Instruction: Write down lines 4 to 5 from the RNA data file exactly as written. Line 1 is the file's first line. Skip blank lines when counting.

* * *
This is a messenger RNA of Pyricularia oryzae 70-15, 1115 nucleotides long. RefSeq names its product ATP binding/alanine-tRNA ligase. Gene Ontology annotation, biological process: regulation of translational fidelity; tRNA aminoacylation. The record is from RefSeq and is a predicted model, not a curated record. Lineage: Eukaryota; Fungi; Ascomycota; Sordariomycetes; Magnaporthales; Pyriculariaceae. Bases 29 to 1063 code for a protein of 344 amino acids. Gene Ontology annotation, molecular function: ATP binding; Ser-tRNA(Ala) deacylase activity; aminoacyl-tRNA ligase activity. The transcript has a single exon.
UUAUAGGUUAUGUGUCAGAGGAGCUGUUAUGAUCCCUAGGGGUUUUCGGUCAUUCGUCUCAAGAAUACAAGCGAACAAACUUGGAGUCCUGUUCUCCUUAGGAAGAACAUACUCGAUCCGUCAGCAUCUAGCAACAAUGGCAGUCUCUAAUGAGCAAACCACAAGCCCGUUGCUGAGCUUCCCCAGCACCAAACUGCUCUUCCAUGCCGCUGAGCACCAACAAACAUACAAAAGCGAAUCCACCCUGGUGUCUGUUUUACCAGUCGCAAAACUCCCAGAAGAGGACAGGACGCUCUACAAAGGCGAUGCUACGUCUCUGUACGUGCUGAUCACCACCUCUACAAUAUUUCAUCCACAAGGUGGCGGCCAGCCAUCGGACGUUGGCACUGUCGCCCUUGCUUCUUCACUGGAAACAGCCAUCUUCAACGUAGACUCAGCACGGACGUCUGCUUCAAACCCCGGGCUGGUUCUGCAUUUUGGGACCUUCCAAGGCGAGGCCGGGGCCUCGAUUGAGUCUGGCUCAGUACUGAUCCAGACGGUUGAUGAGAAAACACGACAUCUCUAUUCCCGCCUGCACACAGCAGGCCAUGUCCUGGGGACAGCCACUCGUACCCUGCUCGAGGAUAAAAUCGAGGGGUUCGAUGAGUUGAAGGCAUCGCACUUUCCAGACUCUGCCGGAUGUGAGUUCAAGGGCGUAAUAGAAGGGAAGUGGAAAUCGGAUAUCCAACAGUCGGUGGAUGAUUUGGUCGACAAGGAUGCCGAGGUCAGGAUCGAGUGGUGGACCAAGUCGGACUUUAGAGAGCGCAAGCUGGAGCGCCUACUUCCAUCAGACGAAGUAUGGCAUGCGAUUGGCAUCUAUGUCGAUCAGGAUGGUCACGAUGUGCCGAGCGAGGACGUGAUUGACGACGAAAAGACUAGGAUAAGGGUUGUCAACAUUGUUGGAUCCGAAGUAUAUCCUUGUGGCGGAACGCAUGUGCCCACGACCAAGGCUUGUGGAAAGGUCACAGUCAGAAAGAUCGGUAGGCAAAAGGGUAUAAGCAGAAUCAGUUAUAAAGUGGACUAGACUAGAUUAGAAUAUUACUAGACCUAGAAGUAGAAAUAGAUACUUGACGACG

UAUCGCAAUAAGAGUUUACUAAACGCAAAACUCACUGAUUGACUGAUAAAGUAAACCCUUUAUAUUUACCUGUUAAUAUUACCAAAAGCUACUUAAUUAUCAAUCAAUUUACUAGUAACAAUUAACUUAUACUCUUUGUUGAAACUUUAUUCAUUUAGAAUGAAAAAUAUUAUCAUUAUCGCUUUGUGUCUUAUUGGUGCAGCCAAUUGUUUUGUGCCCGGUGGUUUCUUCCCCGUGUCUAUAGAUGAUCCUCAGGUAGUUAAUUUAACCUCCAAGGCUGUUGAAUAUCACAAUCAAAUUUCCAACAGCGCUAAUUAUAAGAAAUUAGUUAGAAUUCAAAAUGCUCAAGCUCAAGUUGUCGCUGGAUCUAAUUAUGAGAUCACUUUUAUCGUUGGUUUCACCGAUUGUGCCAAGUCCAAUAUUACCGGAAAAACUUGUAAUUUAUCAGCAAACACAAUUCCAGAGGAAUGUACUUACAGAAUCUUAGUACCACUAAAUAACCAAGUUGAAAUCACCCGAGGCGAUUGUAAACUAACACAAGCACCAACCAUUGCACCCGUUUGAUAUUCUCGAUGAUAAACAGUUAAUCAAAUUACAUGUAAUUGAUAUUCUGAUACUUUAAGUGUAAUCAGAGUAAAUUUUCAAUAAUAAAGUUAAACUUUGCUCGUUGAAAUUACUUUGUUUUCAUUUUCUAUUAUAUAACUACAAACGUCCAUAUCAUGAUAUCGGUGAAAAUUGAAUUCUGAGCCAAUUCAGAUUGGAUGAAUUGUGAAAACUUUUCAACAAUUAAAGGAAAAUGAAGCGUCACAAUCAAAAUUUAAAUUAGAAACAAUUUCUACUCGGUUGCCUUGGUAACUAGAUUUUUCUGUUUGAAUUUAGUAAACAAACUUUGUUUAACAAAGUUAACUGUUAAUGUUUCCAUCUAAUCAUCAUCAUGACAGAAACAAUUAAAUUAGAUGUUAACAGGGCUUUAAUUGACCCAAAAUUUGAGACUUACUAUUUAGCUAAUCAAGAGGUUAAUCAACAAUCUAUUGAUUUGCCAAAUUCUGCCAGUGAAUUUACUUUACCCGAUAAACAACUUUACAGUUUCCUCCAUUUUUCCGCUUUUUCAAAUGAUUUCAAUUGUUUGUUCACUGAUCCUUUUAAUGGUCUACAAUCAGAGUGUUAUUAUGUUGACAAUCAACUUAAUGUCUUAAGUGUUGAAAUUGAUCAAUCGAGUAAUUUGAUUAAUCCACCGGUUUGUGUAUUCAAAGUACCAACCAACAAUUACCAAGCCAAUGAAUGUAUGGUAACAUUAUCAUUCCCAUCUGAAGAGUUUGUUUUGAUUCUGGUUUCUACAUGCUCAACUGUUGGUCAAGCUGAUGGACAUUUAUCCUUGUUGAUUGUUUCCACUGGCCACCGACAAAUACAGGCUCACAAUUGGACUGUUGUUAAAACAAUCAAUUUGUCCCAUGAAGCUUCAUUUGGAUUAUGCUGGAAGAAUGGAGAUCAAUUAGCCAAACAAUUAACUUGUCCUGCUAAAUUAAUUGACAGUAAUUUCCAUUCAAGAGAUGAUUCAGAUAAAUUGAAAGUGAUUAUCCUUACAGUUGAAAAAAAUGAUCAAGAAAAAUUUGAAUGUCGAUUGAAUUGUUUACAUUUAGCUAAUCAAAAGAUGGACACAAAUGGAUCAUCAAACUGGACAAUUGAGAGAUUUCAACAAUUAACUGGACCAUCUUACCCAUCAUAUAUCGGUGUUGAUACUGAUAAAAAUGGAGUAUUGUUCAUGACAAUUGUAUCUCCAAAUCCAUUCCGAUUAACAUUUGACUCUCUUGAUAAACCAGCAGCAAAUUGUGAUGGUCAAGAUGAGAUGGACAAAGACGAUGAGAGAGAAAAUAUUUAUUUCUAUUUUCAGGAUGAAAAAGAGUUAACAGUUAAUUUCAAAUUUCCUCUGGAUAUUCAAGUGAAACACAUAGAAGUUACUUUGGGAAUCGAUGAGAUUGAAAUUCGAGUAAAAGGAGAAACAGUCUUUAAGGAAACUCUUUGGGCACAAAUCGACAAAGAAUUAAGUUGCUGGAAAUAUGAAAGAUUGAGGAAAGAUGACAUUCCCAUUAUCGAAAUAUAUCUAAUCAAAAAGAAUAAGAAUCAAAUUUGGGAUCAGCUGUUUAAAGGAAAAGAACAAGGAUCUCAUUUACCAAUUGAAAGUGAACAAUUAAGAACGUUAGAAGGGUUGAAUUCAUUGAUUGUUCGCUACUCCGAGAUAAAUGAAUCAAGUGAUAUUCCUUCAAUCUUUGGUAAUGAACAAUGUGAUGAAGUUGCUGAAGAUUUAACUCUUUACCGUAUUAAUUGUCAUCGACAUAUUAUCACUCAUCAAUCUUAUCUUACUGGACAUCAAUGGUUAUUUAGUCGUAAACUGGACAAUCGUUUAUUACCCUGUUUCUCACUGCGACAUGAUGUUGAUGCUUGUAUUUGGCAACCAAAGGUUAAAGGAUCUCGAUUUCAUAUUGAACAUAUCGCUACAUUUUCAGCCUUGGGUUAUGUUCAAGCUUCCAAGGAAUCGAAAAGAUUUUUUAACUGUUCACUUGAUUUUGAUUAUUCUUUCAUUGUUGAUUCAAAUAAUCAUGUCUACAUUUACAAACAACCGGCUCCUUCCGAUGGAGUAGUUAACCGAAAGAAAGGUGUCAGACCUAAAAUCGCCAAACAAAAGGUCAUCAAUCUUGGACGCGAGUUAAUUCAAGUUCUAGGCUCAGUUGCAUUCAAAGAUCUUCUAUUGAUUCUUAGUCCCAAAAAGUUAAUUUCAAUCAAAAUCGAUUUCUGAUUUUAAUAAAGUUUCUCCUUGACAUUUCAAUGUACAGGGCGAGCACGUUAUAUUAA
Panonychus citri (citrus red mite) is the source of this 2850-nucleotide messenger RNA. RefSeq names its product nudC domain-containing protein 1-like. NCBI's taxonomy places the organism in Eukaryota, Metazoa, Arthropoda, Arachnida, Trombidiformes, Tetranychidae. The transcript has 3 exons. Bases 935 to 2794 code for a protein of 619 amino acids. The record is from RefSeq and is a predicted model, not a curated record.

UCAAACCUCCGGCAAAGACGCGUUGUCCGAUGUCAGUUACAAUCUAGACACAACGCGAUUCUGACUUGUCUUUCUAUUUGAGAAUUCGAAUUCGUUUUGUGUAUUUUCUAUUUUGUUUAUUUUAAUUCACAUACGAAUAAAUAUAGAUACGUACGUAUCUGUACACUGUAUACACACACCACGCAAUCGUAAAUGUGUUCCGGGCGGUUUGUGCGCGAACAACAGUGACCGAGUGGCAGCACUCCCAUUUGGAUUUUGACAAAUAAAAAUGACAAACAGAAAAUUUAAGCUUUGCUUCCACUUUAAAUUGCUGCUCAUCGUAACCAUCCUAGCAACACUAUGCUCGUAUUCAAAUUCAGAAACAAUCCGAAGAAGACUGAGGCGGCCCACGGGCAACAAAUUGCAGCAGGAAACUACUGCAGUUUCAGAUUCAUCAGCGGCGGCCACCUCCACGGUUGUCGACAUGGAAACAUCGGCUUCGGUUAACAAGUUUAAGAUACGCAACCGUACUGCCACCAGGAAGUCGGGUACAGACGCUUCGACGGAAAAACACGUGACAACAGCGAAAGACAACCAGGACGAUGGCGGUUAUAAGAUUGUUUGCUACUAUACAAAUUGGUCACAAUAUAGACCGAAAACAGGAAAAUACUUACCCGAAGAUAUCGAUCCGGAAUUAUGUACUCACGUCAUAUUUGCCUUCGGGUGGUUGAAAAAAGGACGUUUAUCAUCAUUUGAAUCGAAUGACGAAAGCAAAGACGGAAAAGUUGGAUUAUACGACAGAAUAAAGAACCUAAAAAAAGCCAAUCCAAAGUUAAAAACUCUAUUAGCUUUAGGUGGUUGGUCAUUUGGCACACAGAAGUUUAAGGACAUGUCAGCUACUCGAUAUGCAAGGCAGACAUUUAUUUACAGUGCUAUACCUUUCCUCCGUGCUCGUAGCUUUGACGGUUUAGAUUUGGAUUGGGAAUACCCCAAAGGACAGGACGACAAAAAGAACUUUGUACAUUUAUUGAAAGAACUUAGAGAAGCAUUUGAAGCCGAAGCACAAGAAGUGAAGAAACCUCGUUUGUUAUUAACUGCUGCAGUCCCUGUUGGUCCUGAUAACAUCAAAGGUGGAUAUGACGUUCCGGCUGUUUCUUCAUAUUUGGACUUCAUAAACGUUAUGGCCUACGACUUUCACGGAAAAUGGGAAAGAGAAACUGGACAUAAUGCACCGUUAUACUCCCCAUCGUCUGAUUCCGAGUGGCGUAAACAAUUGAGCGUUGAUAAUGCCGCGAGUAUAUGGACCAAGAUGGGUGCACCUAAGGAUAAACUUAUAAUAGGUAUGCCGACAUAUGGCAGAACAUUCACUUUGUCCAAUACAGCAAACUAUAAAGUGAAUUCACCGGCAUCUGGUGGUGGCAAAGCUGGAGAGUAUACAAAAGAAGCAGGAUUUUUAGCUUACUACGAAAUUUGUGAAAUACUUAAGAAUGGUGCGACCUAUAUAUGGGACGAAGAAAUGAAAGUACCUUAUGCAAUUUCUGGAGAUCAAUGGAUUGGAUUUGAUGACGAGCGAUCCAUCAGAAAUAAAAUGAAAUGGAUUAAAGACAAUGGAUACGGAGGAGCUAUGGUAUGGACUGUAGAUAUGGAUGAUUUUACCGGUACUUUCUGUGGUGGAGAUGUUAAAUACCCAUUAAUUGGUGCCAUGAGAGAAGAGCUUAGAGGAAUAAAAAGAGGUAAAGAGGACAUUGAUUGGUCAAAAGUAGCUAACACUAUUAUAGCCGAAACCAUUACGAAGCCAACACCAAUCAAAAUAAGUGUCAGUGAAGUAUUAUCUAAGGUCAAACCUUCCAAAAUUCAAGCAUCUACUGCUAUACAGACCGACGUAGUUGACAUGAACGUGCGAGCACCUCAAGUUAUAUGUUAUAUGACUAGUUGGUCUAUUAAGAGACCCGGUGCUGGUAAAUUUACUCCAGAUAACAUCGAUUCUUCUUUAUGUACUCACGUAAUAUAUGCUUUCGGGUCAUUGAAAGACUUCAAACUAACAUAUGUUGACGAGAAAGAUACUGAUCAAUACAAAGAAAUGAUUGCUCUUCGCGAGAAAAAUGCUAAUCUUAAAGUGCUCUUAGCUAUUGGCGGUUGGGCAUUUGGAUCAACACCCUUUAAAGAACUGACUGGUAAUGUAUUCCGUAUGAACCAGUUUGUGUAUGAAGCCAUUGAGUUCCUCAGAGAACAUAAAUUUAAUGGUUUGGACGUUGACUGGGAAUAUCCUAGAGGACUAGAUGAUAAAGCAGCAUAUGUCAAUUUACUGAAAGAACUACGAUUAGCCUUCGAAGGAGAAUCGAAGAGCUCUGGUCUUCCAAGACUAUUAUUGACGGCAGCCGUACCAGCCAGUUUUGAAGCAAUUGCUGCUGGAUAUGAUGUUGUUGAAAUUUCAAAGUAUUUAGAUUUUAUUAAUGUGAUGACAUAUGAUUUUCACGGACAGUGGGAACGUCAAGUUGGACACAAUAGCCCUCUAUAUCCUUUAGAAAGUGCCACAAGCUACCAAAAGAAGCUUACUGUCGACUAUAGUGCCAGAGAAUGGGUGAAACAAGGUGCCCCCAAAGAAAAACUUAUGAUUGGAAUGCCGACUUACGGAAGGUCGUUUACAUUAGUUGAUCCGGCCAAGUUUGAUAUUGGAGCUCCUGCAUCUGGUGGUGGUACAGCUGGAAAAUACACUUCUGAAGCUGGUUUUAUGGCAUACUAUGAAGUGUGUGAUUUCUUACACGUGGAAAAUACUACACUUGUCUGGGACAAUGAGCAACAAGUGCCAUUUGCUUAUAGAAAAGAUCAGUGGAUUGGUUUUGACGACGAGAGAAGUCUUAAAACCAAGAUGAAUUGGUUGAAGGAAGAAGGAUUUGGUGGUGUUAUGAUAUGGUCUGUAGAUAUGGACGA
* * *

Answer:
Panonychus citri (citrus red mite) is the source of this 2850-nucleotide messenger RNA. RefSeq names its product nudC domain-containing protein 1-like. NCBI's taxonomy places the organism in Eukaryota, Metazoa, Arthropoda, Arachnida, Trombidiformes, Tetranychidae. The transcript has 3 exons. Bases 935 to 2794 code for a protein of 619 amino acids. The record is from RefSeq and is a predicted model, not a curated record.

UCAAACCUCCGGCAAAGACGCGUUGUCCGAUGUCAGUUACAAUCUAGACACAACGCGAUUCUGACUUGUCUUUCUAUUUGAGAAUUCGAAUUCGUUUUGUGUAUUUUCUAUUUUGUUUAUUUUAAUUCACAUACGAAUAAAUAUAGAUACGUACGUAUCUGUACACUGUAUACACACACCACGCAAUCGUAAAUGUGUUCCGGGCGGUUUGUGCGCGAACAACAGUGACCGAGUGGCAGCACUCCCAUUUGGAUUUUGACAAAUAAAAAUGACAAACAGAAAAUUUAAGCUUUGCUUCCACUUUAAAUUGCUGCUCAUCGUAACCAUCCUAGCAACACUAUGCUCGUAUUCAAAUUCAGAAACAAUCCGAAGAAGACUGAGGCGGCCCACGGGCAACAAAUUGCAGCAGGAAACUACUGCAGUUUCAGAUUCAUCAGCGGCGGCCACCUCCACGGUUGUCGACAUGGAAACAUCGGCUUCGGUUAACAAGUUUAAGAUACGCAACCGUACUGCCACCAGGAAGUCGGGUACAGACGCUUCGACGGAAAAACACGUGACAACAGCGAAAGACAACCAGGACGAUGGCGGUUAUAAGAUUGUUUGCUACUAUACAAAUUGGUCACAAUAUAGACCGAAAACAGGAAAAUACUUACCCGAAGAUAUCGAUCCGGAAUUAUGUACUCACGUCAUAUUUGCCUUCGGGUGGUUGAAAAAAGGACGUUUAUCAUCAUUUGAAUCGAAUGACGAAAGCAAAGACGGAAAAGUUGGAUUAUACGACAGAAUAAAGAACCUAAAAAAAGCCAAUCCAAAGUUAAAAACUCUAUUAGCUUUAGGUGGUUGGUCAUUUGGCACACAGAAGUUUAAGGACAUGUCAGCUACUCGAUAUGCAAGGCAGACAUUUAUUUACAGUGCUAUACCUUUCCUCCGUGCUCGUAGCUUUGACGGUUUAGAUUUGGAUUGGGAAUACCCCAAAGGACAGGACGACAAAAAGAACUUUGUACAUUUAUUGAAAGAACUUAGAGAAGCAUUUGAAGCCGAAGCACAAGAAGUGAAGAAACCUCGUUUGUUAUUAACUGCUGCAGUCCCUGUUGGUCCUGAUAACAUCAAAGGUGGAUAUGACGUUCCGGCUGUUUCUUCAUAUUUGGACUUCAUAAACGUUAUGGCCUACGACUUUCACGGAAAAUGGGAAAGAGAAACUGGACAUAAUGCACCGUUAUACUCCCCAUCGUCUGAUUCCGAGUGGCGUAAACAAUUGAGCGUUGAUAAUGCCGCGAGUAUAUGGACCAAGAUGGGUGCACCUAAGGAUAAACUUAUAAUAGGUAUGCCGACAUAUGGCAGAACAUUCACUUUGUCCAAUACAGCAAACUAUAAAGUGAAUUCACCGGCAUCUGGUGGUGGCAAAGCUGGAGAGUAUACAAAAGAAGCAGGAUUUUUAGCUUACUACGAAAUUUGUGAAAUACUUAAGAAUGGUGCGACCUAUAUAUGGGACGAAGAAAUGAAAGUACCUUAUGCAAUUUCUGGAGAUCAAUGGAUUGGAUUUGAUGACGAGCGAUCCAUCAGAAAUAAAAUGAAAUGGAUUAAAGACAAUGGAUACGGAGGAGCUAUGGUAUGGACUGUAGAUAUGGAUGAUUUUACCGGUACUUUCUGUGGUGGAGAUGUUAAAUACCCAUUAAUUGGUGCCAUGAGAGAAGAGCUUAGAGGAAUAAAAAGAGGUAAAGAGGACAUUGAUUGGUCAAAAGUAGCUAACACUAUUAUAGCCGAAACCAUUACGAAGCCAACACCAAUCAAAAUAAGUGUCAGUGAAGUAUUAUCUAAGGUCAAACCUUCCAAAAUUCAAGCAUCUACUGCUAUACAGACCGACGUAGUUGACAUGAACGUGCGAGCACCUCAAGUUAUAUGUUAUAUGACUAGUUGGUCUAUUAAGAGACCCGGUGCUGGUAAAUUUACUCCAGAUAACAUCGAUUCUUCUUUAUGUACUCACGUAAUAUAUGCUUUCGGGUCAUUGAAAGACUUCAAACUAACAUAUGUUGACGAGAAAGAUACUGAUCAAUACAAAGAAAUGAUUGCUCUUCGCGAGAAAAAUGCUAAUCUUAAAGUGCUCUUAGCUAUUGGCGGUUGGGCAUUUGGAUCAACACCCUUUAAAGAACUGACUGGUAAUGUAUUCCGUAUGAACCAGUUUGUGUAUGAAGCCAUUGAGUUCCUCAGAGAACAUAAAUUUAAUGGUUUGGACGUUGACUGGGAAUAUCCUAGAGGACUAGAUGAUAAAGCAGCAUAUGUCAAUUUACUGAAAGAACUACGAUUAGCCUUCGAAGGAGAAUCGAAGAGCUCUGGUCUUCCAAGACUAUUAUUGACGGCAGCCGUACCAGCCAGUUUUGAAGCAAUUGCUGCUGGAUAUGAUGUUGUUGAAAUUUCAAAGUAUUUAGAUUUUAUUAAUGUGAUGACAUAUGAUUUUCACGGACAGUGGGAACGUCAAGUUGGACACAAUAGCCCUCUAUAUCCUUUAGAAAGUGCCACAAGCUACCAAAAGAAGCUUACUGUCGACUAUAGUGCCAGAGAAUGGGUGAAACAAGGUGCCCCCAAAGAAAAACUUAUGAUUGGAAUGCCGACUUACGGAAGGUCGUUUACAUUAGUUGAUCCGGCCAAGUUUGAUAUUGGAGCUCCUGCAUCUGGUGGUGGUACAGCUGGAAAAUACACUUCUGAAGCUGGUUUUAUGGCAUACUAUGAAGUGUGUGAUUUCUUACACGUGGAAAAUACUACACUUGUCUGGGACAAUGAGCAACAAGUGCCAUUUGCUUAUAGAAAAGAUCAGUGGAUUGGUUUUGACGACGAGAGAAGUCUUAAAACCAAGAUGAAUUGGUUGAAGGAAGAAGGAUUUGGUGGUGUUAUGAUAUGGUCUGUAGAUAUGGACGA